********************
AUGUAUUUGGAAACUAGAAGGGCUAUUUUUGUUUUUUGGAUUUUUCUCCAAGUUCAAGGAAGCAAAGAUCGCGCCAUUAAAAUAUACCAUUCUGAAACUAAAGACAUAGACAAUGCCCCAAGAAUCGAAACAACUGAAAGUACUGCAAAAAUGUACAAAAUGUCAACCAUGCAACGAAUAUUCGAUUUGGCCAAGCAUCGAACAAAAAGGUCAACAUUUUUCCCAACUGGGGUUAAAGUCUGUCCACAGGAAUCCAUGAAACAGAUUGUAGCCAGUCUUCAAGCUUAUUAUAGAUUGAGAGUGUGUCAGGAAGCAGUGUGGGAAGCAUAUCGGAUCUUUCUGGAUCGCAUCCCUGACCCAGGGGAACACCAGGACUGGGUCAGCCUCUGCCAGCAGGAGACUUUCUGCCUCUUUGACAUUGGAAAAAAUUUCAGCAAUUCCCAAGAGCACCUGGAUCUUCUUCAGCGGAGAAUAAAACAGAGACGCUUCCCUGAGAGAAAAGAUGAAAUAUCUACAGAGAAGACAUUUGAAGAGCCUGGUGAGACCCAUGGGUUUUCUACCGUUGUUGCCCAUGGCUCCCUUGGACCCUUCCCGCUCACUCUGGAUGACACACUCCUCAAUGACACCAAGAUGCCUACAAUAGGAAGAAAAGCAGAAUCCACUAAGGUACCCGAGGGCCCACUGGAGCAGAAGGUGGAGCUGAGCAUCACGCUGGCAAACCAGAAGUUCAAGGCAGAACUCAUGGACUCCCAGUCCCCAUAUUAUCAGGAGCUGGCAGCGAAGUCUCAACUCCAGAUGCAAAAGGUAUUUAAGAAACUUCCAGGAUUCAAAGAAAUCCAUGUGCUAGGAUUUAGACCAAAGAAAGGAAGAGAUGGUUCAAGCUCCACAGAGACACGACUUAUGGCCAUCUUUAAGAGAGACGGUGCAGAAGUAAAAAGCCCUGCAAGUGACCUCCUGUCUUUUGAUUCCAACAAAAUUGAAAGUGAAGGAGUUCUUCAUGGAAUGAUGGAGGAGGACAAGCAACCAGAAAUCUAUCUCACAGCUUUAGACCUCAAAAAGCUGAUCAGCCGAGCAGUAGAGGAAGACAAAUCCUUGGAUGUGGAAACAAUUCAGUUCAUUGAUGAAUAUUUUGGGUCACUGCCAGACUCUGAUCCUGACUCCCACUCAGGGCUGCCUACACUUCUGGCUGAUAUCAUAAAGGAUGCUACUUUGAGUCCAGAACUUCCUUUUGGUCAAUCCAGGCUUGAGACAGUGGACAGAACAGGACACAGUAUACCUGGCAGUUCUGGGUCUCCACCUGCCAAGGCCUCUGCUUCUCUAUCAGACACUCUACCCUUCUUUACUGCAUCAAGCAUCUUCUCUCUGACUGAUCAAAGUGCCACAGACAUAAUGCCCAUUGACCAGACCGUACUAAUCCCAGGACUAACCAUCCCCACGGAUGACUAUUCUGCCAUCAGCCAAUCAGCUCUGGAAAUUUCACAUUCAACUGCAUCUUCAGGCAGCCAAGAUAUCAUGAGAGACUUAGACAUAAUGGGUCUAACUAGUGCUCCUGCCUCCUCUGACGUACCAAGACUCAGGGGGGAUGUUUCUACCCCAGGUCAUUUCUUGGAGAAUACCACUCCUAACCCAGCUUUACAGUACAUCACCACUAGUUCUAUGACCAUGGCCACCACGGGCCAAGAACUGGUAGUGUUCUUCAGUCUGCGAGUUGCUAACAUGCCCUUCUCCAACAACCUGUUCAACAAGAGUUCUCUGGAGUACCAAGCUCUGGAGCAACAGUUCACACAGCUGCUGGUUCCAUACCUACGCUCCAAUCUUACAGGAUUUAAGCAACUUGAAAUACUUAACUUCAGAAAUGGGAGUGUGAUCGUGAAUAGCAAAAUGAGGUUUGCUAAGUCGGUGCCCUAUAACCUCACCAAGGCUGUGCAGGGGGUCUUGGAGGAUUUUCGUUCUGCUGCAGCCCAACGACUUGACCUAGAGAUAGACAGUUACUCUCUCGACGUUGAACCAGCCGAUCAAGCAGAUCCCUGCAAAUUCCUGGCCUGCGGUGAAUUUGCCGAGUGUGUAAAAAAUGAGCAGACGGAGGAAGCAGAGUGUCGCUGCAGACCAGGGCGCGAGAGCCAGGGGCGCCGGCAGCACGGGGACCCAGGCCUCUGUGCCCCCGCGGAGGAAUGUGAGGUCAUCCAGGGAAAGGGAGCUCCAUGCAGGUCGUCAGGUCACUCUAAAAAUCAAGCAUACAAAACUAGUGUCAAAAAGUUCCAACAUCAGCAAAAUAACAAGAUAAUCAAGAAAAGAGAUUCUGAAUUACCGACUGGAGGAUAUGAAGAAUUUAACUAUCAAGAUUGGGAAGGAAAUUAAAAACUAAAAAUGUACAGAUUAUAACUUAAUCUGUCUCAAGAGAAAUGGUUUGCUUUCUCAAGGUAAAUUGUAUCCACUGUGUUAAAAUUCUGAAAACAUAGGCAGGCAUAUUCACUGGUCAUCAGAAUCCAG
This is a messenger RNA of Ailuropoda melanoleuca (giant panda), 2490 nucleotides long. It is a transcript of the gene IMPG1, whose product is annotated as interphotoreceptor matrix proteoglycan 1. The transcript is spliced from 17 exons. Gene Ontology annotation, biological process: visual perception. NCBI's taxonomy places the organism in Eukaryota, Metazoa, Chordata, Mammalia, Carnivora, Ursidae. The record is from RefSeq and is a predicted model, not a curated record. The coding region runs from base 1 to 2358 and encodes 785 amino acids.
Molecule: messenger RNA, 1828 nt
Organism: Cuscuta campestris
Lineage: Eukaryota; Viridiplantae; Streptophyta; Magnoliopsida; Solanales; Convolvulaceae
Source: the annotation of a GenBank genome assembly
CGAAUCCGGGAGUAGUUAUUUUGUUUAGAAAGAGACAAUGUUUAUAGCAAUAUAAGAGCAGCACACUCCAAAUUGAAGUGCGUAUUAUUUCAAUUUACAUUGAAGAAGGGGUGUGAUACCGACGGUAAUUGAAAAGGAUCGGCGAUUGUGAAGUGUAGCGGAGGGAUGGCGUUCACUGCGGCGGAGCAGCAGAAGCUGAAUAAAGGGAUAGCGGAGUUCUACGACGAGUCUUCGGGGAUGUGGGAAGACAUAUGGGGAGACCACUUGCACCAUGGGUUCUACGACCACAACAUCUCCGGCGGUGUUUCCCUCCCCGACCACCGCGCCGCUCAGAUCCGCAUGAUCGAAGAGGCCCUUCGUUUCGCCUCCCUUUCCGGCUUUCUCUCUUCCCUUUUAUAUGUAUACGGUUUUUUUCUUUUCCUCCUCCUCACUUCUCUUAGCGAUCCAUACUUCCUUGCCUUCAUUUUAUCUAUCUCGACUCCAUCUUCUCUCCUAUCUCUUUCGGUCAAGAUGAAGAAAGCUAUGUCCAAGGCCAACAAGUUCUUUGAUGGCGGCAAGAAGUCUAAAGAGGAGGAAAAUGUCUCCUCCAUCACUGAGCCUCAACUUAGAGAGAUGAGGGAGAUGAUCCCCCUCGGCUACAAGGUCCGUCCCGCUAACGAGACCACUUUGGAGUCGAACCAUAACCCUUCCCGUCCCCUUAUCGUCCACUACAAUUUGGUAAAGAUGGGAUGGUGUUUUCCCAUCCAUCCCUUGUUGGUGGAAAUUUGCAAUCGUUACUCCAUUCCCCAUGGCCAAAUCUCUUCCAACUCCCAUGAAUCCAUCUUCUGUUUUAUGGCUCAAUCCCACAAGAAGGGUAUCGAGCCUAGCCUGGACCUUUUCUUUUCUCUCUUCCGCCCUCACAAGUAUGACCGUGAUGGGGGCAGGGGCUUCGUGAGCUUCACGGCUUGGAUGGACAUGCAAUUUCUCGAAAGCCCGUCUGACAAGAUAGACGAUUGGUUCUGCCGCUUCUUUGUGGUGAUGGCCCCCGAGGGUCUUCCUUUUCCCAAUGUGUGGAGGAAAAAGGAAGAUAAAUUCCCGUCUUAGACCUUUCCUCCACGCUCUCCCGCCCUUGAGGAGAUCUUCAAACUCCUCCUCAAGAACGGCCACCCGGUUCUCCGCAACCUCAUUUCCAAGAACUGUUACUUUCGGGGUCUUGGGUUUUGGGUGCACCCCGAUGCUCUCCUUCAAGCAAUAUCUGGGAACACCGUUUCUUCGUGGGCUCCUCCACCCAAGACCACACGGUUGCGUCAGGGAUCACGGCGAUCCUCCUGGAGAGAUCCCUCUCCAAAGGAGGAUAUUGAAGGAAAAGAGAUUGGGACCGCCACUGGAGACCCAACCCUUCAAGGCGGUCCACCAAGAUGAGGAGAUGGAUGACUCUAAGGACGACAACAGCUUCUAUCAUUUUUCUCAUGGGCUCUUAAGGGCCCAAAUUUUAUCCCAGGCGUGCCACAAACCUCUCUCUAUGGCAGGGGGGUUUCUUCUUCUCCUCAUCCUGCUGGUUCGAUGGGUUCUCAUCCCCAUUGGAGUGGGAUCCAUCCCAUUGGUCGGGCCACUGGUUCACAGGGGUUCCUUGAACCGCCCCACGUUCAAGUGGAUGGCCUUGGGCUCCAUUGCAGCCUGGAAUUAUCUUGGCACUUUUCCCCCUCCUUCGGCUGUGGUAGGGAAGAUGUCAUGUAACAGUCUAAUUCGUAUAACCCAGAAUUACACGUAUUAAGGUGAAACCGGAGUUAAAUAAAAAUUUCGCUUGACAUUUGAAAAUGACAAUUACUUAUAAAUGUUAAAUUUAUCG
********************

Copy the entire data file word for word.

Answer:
AUGUAUUUGGAAACUAGAAGGGCUAUUUUUGUUUUUUGGAUUUUUCUCCAAGUUCAAGGAAGCAAAGAUCGCGCCAUUAAAAUAUACCAUUCUGAAACUAAAGACAUAGACAAUGCCCCAAGAAUCGAAACAACUGAAAGUACUGCAAAAAUGUACAAAAUGUCAACCAUGCAACGAAUAUUCGAUUUGGCCAAGCAUCGAACAAAAAGGUCAACAUUUUUCCCAACUGGGGUUAAAGUCUGUCCACAGGAAUCCAUGAAACAGAUUGUAGCCAGUCUUCAAGCUUAUUAUAGAUUGAGAGUGUGUCAGGAAGCAGUGUGGGAAGCAUAUCGGAUCUUUCUGGAUCGCAUCCCUGACCCAGGGGAACACCAGGACUGGGUCAGCCUCUGCCAGCAGGAGACUUUCUGCCUCUUUGACAUUGGAAAAAAUUUCAGCAAUUCCCAAGAGCACCUGGAUCUUCUUCAGCGGAGAAUAAAACAGAGACGCUUCCCUGAGAGAAAAGAUGAAAUAUCUACAGAGAAGACAUUUGAAGAGCCUGGUGAGACCCAUGGGUUUUCUACCGUUGUUGCCCAUGGCUCCCUUGGACCCUUCCCGCUCACUCUGGAUGACACACUCCUCAAUGACACCAAGAUGCCUACAAUAGGAAGAAAAGCAGAAUCCACUAAGGUACCCGAGGGCCCACUGGAGCAGAAGGUGGAGCUGAGCAUCACGCUGGCAAACCAGAAGUUCAAGGCAGAACUCAUGGACUCCCAGUCCCCAUAUUAUCAGGAGCUGGCAGCGAAGUCUCAACUCCAGAUGCAAAAGGUAUUUAAGAAACUUCCAGGAUUCAAAGAAAUCCAUGUGCUAGGAUUUAGACCAAAGAAAGGAAGAGAUGGUUCAAGCUCCACAGAGACACGACUUAUGGCCAUCUUUAAGAGAGACGGUGCAGAAGUAAAAAGCCCUGCAAGUGACCUCCUGUCUUUUGAUUCCAACAAAAUUGAAAGUGAAGGAGUUCUUCAUGGAAUGAUGGAGGAGGACAAGCAACCAGAAAUCUAUCUCACAGCUUUAGACCUCAAAAAGCUGAUCAGCCGAGCAGUAGAGGAAGACAAAUCCUUGGAUGUGGAAACAAUUCAGUUCAUUGAUGAAUAUUUUGGGUCACUGCCAGACUCUGAUCCUGACUCCCACUCAGGGCUGCCUACACUUCUGGCUGAUAUCAUAAAGGAUGCUACUUUGAGUCCAGAACUUCCUUUUGGUCAAUCCAGGCUUGAGACAGUGGACAGAACAGGACACAGUAUACCUGGCAGUUCUGGGUCUCCACCUGCCAAGGCCUCUGCUUCUCUAUCAGACACUCUACCCUUCUUUACUGCAUCAAGCAUCUUCUCUCUGACUGAUCAAAGUGCCACAGACAUAAUGCCCAUUGACCAGACCGUACUAAUCCCAGGACUAACCAUCCCCACGGAUGACUAUUCUGCCAUCAGCCAAUCAGCUCUGGAAAUUUCACAUUCAACUGCAUCUUCAGGCAGCCAAGAUAUCAUGAGAGACUUAGACAUAAUGGGUCUAACUAGUGCUCCUGCCUCCUCUGACGUACCAAGACUCAGGGGGGAUGUUUCUACCCCAGGUCAUUUCUUGGAGAAUACCACUCCUAACCCAGCUUUACAGUACAUCACCACUAGUUCUAUGACCAUGGCCACCACGGGCCAAGAACUGGUAGUGUUCUUCAGUCUGCGAGUUGCUAACAUGCCCUUCUCCAACAACCUGUUCAACAAGAGUUCUCUGGAGUACCAAGCUCUGGAGCAACAGUUCACACAGCUGCUGGUUCCAUACCUACGCUCCAAUCUUACAGGAUUUAAGCAACUUGAAAUACUUAACUUCAGAAAUGGGAGUGUGAUCGUGAAUAGCAAAAUGAGGUUUGCUAAGUCGGUGCCCUAUAACCUCACCAAGGCUGUGCAGGGGGUCUUGGAGGAUUUUCGUUCUGCUGCAGCCCAACGACUUGACCUAGAGAUAGACAGUUACUCUCUCGACGUUGAACCAGCCGAUCAAGCAGAUCCCUGCAAAUUCCUGGCCUGCGGUGAAUUUGCCGAGUGUGUAAAAAAUGAGCAGACGGAGGAAGCAGAGUGUCGCUGCAGACCAGGGCGCGAGAGCCAGGGGCGCCGGCAGCACGGGGACCCAGGCCUCUGUGCCCCCGCGGAGGAAUGUGAGGUCAUCCAGGGAAAGGGAGCUCCAUGCAGGUCGUCAGGUCACUCUAAAAAUCAAGCAUACAAAACUAGUGUCAAAAAGUUCCAACAUCAGCAAAAUAACAAGAUAAUCAAGAAAAGAGAUUCUGAAUUACCGACUGGAGGAUAUGAAGAAUUUAACUAUCAAGAUUGGGAAGGAAAUUAAAAACUAAAAAUGUACAGAUUAUAACUUAAUCUGUCUCAAGAGAAAUGGUUUGCUUUCUCAAGGUAAAUUGUAUCCACUGUGUUAAAAUUCUGAAAACAUAGGCAGGCAUAUUCACUGGUCAUCAGAAUCCAG
This is a messenger RNA of Ailuropoda melanoleuca (giant panda), 2490 nucleotides long. It is a transcript of the gene IMPG1, whose product is annotated as interphotoreceptor matrix proteoglycan 1. The transcript is spliced from 17 exons. Gene Ontology annotation, biological process: visual perception. NCBI's taxonomy places the organism in Eukaryota, Metazoa, Chordata, Mammalia, Carnivora, Ursidae. The record is from RefSeq and is a predicted model, not a curated record. The coding region runs from base 1 to 2358 and encodes 785 amino acids.
Molecule: messenger RNA, 1828 nt
Organism: Cuscuta campestris
Lineage: Eukaryota; Viridiplantae; Streptophyta; Magnoliopsida; Solanales; Convolvulaceae
Source: the annotation of a GenBank genome assembly
CGAAUCCGGGAGUAGUUAUUUUGUUUAGAAAGAGACAAUGUUUAUAGCAAUAUAAGAGCAGCACACUCCAAAUUGAAGUGCGUAUUAUUUCAAUUUACAUUGAAGAAGGGGUGUGAUACCGACGGUAAUUGAAAAGGAUCGGCGAUUGUGAAGUGUAGCGGAGGGAUGGCGUUCACUGCGGCGGAGCAGCAGAAGCUGAAUAAAGGGAUAGCGGAGUUCUACGACGAGUCUUCGGGGAUGUGGGAAGACAUAUGGGGAGACCACUUGCACCAUGGGUUCUACGACCACAACAUCUCCGGCGGUGUUUCCCUCCCCGACCACCGCGCCGCUCAGAUCCGCAUGAUCGAAGAGGCCCUUCGUUUCGCCUCCCUUUCCGGCUUUCUCUCUUCCCUUUUAUAUGUAUACGGUUUUUUUCUUUUCCUCCUCCUCACUUCUCUUAGCGAUCCAUACUUCCUUGCCUUCAUUUUAUCUAUCUCGACUCCAUCUUCUCUCCUAUCUCUUUCGGUCAAGAUGAAGAAAGCUAUGUCCAAGGCCAACAAGUUCUUUGAUGGCGGCAAGAAGUCUAAAGAGGAGGAAAAUGUCUCCUCCAUCACUGAGCCUCAACUUAGAGAGAUGAGGGAGAUGAUCCCCCUCGGCUACAAGGUCCGUCCCGCUAACGAGACCACUUUGGAGUCGAACCAUAACCCUUCCCGUCCCCUUAUCGUCCACUACAAUUUGGUAAAGAUGGGAUGGUGUUUUCCCAUCCAUCCCUUGUUGGUGGAAAUUUGCAAUCGUUACUCCAUUCCCCAUGGCCAAAUCUCUUCCAACUCCCAUGAAUCCAUCUUCUGUUUUAUGGCUCAAUCCCACAAGAAGGGUAUCGAGCCUAGCCUGGACCUUUUCUUUUCUCUCUUCCGCCCUCACAAGUAUGACCGUGAUGGGGGCAGGGGCUUCGUGAGCUUCACGGCUUGGAUGGACAUGCAAUUUCUCGAAAGCCCGUCUGACAAGAUAGACGAUUGGUUCUGCCGCUUCUUUGUGGUGAUGGCCCCCGAGGGUCUUCCUUUUCCCAAUGUGUGGAGGAAAAAGGAAGAUAAAUUCCCGUCUUAGACCUUUCCUCCACGCUCUCCCGCCCUUGAGGAGAUCUUCAAACUCCUCCUCAAGAACGGCCACCCGGUUCUCCGCAACCUCAUUUCCAAGAACUGUUACUUUCGGGGUCUUGGGUUUUGGGUGCACCCCGAUGCUCUCCUUCAAGCAAUAUCUGGGAACACCGUUUCUUCGUGGGCUCCUCCACCCAAGACCACACGGUUGCGUCAGGGAUCACGGCGAUCCUCCUGGAGAGAUCCCUCUCCAAAGGAGGAUAUUGAAGGAAAAGAGAUUGGGACCGCCACUGGAGACCCAACCCUUCAAGGCGGUCCACCAAGAUGAGGAGAUGGAUGACUCUAAGGACGACAACAGCUUCUAUCAUUUUUCUCAUGGGCUCUUAAGGGCCCAAAUUUUAUCCCAGGCGUGCCACAAACCUCUCUCUAUGGCAGGGGGGUUUCUUCUUCUCCUCAUCCUGCUGGUUCGAUGGGUUCUCAUCCCCAUUGGAGUGGGAUCCAUCCCAUUGGUCGGGCCACUGGUUCACAGGGGUUCCUUGAACCGCCCCACGUUCAAGUGGAUGGCCUUGGGCUCCAUUGCAGCCUGGAAUUAUCUUGGCACUUUUCCCCCUCCUUCGGCUGUGGUAGGGAAGAUGUCAUGUAACAGUCUAAUUCGUAUAACCCAGAAUUACACGUAUUAAGGUGAAACCGGAGUUAAAUAAAAAUUUCGCUUGACAUUUGAAAAUGACAAUUACUUAUAAAUGUUAAAUUUAUCG